Disko Bay is served by a handful of prop planes each week. Small towns are accessible by boat for a few summer months, and by helicopter or dog-sled routes in winter. We have yet to see another sailboat in these waters, although we’ve heard a few are headed north. A brand-new airport is in the works for Ilulissat, with jet service planned to begin in a few years, which will transform these remote communities.
The midnight sun and the long shadows it casts at Ilimanaq.
Clouds came in for the first time this morning, after a ring appeared around the sun. Now the sea is slate gray, a relief after nonstop sunlight. We’ve been sailing across the south end of Disko Bay, following humpback whales. Last night we anchored at Akunnaaq, a tidy town of brightly painted homes perched on a steep rocky peninsula, with just over forty residents.
Scenes from Akunnaaq
Nick and Estella met a man who serves as the town’s teacher, nurse, and clergyman. The number of sled dogs appears more robust than year-round residents, and they tug restlessly at chains as they wait for their season to return. We’ve learned that Greenland’s brightly colored houses are not entirely random: some colors correspond to professions and businesses, a system imported by Scandinavians. Red is for stores, and curiously also for churches. Hospitals are yellow, as are the homes of doctors and nurses. Fish plants and their employees typically reside in blue. Akunnaaq has just one house painted bright purple, and I wonder who claims that one.
A stack of family dogsleds and the family sled dogs.
I curled up in a rolling bunk to rest during a cold passage across Disko Bay, watching the world pass by through a porthole. I stared for so long that when my eyes close I see it still: a circle of light split by the horizon, sprinkled with a roving herd of icebergs. Sometimes a shaft of sunlight illuminates a single iceberg on the horizon, a moment of grace.
The view from a porthole.
We pressed on across Disko Bay in search of a settlement with a dock to address some mechanical issues on the boat. By evening, the basalt cliffs of Disko Island loomed over us, obscuring the well-hidden entrance to Qeqertarsuaq. Known in Danish as Godhavn, this town has a beautiful natural harbor tucked under steep cliffs, a perfect place to ride out a gale and make repairs.
Next to Greenland itself, Disko is the largest island in the region, a rugged landscape with mountains over 6,000 feet high and a substantial glacier. Today we hiked to a cove that evoked Tolkien’s Middle-earth, ringed with waterfalls that pour into a translucent bay. Delicate meadows and basalt rock formations encircle Kuannit, Greenlandic for the flower angelica, whose seeds are warmed by nearby hot springs.
The town of Qeqertarsuaq is completely cut off in winter, due to unstable ice between Disko Island and the Greenland coast. By summer, a black-sand beach collects icebergs, which tower at the end of every street, as if waiting to be asked in for dinner. Descending toward town on foot, we emerge from snow flurries into a dazzling world of light. Sun sparkles on a broad path across the bay, illuminating icebergs, while silver threads of meltwater wind down bluffs toward the sea.
Disko Island is drawing billionaire mining speculation as a possible source of minerals required for the transition to cleaner energy sources. This feels ironic, of course, here in this rare and wild place, home to people who harvest food directly from the land and waters around them. Greenland has no private property. When I watch a fisherman spreading capelins out to dry on a smooth granite island, I assume he’s chosen this spot because it is well suited to drying fish, not because it belongs to him. Hunting and fishing continue to sustain these communities, despite the disruptions of climate change.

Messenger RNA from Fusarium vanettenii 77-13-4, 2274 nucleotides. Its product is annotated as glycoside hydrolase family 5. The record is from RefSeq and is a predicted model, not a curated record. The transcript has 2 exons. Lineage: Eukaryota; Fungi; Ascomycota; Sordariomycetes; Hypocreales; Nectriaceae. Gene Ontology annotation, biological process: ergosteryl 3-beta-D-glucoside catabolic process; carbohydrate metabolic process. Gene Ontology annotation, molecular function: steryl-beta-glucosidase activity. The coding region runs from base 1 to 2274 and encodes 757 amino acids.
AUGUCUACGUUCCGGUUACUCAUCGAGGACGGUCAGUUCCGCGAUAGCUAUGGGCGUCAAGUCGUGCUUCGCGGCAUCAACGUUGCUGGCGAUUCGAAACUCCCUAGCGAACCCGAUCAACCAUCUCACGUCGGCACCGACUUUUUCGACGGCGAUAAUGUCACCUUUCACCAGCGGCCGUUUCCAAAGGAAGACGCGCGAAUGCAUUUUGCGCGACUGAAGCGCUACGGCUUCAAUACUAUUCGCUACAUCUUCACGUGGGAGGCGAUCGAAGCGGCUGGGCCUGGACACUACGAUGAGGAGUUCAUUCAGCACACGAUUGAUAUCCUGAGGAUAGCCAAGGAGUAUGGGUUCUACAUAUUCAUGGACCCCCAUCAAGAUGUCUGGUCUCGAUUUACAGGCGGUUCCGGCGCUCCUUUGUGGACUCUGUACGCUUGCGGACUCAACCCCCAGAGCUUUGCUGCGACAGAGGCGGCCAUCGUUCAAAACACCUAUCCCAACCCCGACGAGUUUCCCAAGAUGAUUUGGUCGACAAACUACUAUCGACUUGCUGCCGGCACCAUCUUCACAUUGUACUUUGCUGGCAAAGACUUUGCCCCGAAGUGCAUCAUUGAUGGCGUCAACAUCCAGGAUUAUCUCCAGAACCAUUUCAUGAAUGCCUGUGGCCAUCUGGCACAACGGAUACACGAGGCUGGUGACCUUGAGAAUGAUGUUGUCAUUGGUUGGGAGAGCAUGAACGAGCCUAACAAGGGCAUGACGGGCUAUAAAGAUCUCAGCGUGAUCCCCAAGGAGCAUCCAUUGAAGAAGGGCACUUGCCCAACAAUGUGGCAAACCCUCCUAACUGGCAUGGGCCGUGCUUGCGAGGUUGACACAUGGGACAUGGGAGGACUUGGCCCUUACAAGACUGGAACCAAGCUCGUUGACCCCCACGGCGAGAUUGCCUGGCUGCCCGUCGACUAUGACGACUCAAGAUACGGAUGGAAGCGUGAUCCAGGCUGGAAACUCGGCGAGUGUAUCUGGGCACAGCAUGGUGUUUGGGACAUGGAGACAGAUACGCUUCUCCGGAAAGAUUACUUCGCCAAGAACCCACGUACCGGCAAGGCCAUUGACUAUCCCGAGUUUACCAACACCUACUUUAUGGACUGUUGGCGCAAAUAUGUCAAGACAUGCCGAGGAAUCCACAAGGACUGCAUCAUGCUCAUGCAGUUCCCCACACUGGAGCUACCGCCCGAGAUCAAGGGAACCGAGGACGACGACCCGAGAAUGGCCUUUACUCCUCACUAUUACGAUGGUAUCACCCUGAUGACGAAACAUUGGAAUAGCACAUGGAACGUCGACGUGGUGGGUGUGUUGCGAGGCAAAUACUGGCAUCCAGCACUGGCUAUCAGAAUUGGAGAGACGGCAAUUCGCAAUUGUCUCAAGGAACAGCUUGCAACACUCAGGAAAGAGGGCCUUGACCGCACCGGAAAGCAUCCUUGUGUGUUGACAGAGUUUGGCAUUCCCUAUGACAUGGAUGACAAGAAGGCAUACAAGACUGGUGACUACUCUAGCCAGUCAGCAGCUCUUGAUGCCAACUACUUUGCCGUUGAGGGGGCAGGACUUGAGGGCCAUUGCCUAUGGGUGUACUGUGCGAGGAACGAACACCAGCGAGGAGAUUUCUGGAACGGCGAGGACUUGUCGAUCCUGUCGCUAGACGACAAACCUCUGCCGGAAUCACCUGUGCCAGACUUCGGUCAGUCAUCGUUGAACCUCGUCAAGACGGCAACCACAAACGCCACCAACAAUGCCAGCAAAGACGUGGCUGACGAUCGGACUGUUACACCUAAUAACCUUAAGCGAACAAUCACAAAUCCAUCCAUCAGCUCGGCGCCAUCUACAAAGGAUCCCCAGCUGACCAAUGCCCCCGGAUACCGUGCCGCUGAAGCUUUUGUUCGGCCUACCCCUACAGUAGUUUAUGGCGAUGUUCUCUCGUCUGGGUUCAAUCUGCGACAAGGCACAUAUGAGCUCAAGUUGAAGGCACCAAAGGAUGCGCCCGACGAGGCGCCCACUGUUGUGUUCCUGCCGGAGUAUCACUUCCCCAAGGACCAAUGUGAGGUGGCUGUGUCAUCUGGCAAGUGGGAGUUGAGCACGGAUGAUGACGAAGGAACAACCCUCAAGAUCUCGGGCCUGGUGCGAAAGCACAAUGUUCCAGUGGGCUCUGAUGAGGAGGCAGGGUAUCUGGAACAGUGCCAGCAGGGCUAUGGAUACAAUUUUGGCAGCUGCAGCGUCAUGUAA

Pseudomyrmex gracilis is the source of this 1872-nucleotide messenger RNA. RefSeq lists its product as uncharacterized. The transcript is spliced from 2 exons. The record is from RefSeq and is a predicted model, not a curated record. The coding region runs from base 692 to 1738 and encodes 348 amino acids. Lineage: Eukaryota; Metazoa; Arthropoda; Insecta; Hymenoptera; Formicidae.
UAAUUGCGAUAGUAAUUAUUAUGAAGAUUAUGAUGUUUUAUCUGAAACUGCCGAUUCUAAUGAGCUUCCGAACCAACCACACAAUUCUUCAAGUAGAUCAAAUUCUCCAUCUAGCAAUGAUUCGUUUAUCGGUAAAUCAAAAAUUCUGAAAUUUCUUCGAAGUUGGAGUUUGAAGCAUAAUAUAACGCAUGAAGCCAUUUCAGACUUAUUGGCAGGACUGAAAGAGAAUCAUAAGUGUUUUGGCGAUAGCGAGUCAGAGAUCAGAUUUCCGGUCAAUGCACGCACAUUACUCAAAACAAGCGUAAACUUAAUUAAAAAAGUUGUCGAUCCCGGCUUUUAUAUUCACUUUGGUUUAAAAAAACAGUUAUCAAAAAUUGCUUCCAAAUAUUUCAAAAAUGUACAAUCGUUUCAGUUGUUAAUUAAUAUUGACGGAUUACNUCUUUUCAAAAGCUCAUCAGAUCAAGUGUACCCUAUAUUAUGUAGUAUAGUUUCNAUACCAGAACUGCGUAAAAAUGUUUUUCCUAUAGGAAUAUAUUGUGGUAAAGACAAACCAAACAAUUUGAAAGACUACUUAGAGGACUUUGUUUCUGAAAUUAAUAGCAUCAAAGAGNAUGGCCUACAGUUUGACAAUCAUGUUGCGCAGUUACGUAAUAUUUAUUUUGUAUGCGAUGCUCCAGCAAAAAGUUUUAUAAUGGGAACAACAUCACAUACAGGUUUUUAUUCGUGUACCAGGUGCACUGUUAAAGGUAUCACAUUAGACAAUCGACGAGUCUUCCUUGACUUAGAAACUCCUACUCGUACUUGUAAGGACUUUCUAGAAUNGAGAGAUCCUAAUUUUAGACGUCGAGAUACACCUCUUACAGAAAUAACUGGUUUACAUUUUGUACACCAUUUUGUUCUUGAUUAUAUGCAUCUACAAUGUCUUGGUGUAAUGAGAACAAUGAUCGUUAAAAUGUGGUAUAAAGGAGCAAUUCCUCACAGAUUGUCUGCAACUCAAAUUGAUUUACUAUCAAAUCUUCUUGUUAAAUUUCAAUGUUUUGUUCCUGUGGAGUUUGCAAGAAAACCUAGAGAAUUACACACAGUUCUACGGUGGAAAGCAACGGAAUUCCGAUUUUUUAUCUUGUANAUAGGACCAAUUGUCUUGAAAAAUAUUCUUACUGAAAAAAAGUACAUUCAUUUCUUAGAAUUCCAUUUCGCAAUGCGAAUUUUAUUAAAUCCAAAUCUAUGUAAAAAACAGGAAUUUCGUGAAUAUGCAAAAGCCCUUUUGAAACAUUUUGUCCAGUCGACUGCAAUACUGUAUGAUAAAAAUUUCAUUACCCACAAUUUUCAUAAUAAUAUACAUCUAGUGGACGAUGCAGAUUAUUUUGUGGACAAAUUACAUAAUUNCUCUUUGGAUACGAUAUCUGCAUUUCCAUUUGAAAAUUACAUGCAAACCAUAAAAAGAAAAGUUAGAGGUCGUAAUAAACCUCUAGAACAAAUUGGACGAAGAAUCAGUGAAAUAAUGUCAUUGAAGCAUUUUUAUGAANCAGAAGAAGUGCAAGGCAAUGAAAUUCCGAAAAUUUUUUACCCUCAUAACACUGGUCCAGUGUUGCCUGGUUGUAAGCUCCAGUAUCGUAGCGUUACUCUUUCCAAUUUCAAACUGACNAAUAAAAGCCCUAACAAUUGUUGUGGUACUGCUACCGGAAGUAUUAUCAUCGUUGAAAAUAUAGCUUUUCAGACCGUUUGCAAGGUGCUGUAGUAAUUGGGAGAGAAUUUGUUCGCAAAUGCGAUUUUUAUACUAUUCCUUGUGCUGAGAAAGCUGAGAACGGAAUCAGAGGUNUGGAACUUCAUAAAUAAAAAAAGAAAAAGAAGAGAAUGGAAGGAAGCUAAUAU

Scenes from Qeqertarsuaq
We visited a small museum in Qeqertarsuaq, and I was drawn to Inuit artifacts, among them an unassuming amulet carved from driftwood, a precious resource in a land without trees. It could have been the remains of a simple wooden doll, one without limbs. The Greenlandic docent explained that this amulet possessed strong magic, and that someone who could not handle its magic in their home gifted it to the museum. I long to hear more, to learn from people who know this environment intimately. I wish for strong magic to protect this place.
My first tantalizing glimpse of Greenland came from 36,000 feet up, traveling home from COP26 in Glasgow, with a report on the changing cryosphere tucked in my bag. It detailed how human choices are transforming the Arctic at a faster pace than anywhere else on Earth. This loss no longer feels abstract. We have been humbled and enchanted by ice, dodged it and drunk it. Disko Bay will be with us always, a memory of shimmering sculpture on the move, carried in by a rising tide.
An iceberg as seen by a drone.
With special thanks to:
My father, Peter Plumb, whose persistent Arctic dreams brought us together, and my daughter Zia, who dreams of a future with a stable climate and healthy oceans. Thanks also to the crew of SkyDancer, Nick and Estella, who welcomed our family aboard.
Revisit Jessica’s 2021 retrospective on the Elwha River dam removal, A River Reawakened, selected for The Best American Science and Nature 2022 edited by Ayana Elizabeth Johnson.
Arctic Dreams by Barry Lopez
The Ice at the End of the World by Jon Gertner
Bestiarium Greenlandica: A Compendium of the Mythical Creatures, Spirits, and Strange Beings of Greenland edited by Maria Bach Kreutzmann